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Power of your social mission

Sunday, July 8, 2018

Professor Muhammad Yunus, known for establishment of the Grameen Bank, propagated the “profit for purpose” definition where he sees social enterprises operating to earn profits, but to redeploy the profits in furthering the mission of the enterprise, rather than pay out the investors.

For them the mission of the enterprise should address a large scale social problem.

In his view, the social enterprise (business) should serve or meet the social need. In the process, if the business makes profits, that is incidental.

He further shares that when social enterprises make surpluses out of such businesses, these should be applied back into the business to continue to solve the problem and not enrich the entrepreneurs.

The primary goal of such businesses should be to exist for a “purpose” as an end in itself, extending beyond the concept of economic benefits sought by a regular business enterprise.

The key therefore lies in ensuring social enterprises have a well-defined social mission.

If you are thinking about starting a social enterprise or if your existing business doesn’t have one, then articulating a social mission is a good starting point.

Here I share with you three reasons to illustrate the power of your social mission:

1 Provides focus, focus, focus. Having a social mission can be empowering, and can demonstrate your commitment to the social good. Additionally, your social mission can be utilised to empower your employees. It can serve as a reminder “why are we doing this again?” It can rally the team spirit for your most critical asset—your employees.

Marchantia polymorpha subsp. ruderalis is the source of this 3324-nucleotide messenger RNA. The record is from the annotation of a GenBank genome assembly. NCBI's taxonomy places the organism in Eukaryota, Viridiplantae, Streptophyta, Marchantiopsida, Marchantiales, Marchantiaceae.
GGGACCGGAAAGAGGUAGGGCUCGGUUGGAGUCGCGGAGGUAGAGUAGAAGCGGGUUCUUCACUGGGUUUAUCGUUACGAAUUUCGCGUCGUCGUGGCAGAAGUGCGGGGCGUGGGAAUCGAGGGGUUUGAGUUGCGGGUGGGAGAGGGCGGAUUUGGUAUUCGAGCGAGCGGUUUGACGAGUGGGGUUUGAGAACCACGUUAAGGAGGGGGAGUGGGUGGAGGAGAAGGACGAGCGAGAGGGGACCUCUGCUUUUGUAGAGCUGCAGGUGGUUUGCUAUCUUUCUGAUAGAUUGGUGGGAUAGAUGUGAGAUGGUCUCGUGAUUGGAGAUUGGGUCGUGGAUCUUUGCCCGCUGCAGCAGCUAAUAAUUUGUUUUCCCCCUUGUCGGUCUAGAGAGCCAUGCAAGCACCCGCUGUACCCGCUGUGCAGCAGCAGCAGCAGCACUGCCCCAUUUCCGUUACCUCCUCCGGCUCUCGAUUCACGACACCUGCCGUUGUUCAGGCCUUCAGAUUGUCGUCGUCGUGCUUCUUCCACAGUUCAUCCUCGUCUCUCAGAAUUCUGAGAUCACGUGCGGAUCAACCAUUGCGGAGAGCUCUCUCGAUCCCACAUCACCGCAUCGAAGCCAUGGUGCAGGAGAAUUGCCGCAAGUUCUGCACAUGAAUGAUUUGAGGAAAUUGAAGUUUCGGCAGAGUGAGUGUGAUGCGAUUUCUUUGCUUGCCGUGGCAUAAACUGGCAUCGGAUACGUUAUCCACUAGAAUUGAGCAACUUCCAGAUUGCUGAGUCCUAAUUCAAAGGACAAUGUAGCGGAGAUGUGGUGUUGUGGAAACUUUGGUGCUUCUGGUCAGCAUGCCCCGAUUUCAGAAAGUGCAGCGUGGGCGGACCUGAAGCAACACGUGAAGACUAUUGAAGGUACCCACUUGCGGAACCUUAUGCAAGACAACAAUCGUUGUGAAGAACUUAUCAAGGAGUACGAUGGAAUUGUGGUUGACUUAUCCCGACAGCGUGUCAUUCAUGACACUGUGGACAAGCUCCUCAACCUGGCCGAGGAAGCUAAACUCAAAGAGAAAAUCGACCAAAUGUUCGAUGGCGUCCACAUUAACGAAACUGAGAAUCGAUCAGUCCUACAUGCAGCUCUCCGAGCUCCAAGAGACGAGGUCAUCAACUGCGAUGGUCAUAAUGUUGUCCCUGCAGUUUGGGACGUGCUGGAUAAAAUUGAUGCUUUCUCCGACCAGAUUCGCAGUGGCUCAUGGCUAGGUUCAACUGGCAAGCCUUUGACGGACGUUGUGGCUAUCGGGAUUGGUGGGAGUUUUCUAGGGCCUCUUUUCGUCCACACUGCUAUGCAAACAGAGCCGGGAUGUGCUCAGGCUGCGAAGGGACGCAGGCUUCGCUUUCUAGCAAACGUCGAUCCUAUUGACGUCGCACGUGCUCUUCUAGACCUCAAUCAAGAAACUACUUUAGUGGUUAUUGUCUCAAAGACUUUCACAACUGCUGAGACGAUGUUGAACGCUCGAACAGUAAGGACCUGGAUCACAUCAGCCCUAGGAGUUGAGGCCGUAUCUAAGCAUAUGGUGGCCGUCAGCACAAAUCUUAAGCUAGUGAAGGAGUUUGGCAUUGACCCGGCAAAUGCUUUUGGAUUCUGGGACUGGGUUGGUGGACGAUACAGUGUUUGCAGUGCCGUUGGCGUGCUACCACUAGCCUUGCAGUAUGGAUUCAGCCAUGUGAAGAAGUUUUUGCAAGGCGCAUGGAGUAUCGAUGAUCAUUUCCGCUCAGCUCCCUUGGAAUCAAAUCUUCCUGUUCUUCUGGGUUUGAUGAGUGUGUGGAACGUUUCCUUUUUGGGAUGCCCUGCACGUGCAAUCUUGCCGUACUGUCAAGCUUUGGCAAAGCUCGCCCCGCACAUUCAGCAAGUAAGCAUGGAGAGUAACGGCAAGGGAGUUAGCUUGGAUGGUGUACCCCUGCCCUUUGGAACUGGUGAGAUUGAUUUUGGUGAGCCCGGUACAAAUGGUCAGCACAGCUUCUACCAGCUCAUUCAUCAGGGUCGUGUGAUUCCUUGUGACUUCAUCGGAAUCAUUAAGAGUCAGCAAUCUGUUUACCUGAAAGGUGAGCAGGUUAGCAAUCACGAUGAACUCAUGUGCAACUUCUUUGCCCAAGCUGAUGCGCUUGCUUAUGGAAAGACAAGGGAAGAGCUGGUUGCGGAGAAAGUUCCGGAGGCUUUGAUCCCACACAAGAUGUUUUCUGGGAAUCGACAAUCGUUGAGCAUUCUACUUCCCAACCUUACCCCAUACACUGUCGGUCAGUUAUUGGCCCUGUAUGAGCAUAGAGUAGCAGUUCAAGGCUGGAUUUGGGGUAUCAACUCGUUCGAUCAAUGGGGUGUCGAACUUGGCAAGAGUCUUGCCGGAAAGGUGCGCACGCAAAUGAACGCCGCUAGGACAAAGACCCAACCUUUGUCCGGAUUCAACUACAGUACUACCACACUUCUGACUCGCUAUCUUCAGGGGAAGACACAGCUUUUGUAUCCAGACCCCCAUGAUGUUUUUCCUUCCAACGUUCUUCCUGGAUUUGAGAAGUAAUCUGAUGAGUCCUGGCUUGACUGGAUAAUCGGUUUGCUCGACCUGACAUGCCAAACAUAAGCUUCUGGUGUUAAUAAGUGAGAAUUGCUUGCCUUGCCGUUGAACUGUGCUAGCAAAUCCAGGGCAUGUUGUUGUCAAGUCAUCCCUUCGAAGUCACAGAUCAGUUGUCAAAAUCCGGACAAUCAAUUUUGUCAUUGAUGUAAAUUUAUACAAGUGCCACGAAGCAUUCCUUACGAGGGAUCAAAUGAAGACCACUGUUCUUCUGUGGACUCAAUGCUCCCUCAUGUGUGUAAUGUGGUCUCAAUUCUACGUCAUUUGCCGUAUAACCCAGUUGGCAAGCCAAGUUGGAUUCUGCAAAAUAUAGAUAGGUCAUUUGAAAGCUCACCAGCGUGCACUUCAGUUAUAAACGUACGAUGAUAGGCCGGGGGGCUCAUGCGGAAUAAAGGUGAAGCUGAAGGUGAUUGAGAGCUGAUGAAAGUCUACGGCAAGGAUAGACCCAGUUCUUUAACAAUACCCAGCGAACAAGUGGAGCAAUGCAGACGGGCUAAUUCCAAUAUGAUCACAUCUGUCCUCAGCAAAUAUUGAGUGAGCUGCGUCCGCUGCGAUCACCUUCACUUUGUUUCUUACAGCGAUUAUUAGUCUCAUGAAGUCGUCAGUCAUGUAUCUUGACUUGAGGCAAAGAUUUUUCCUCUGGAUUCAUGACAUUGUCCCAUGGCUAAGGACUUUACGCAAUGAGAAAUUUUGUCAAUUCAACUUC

2 It adds to your brand value. Your social mission should not be just a statement on your company’s wall. It can be incorporated possibly as a kind of tagline, to be directly associated with your brand. Document it in your brand guidelines and make it a part of your corporate identity.

3 Allows you to build partnerships.

Your social mission can be a compelling reason for donors or volunteers to be part of your journey. It allows you to affiliate yourself with other supporters of this mission and vice versa. In this way, you are able to earn more visibility and do more good by aligning yourself with others who are already involved in this mission or who would like to become involved in this mission.

Remember, don’t hide your social mission.

As social entrepreneurs, you should strive to display your social mission wherever you can. There are many ways you can make your social mission visible.

For instance, on your call card or from the About page of your website to the bylines of your press releases.

This will help keep your cause top-of-mind among your audience.

In sum, it’s never too late to get involved. If your existing business doesn’t currently have a social mission or you are think about establishing a social enterprise, now is the perfect time to get started with one.

Remember, the power of your social mission is not a drain on your company’s assets.

It can go a long way in achieving that social good.

NIRMALA MAHARAJ is a doctoral candidate at the UWI-Arthur Lok Jack Global School of Business. Her research is in social entrepreneurship. Mobile: 689-6539 / E-mail: [email protected]


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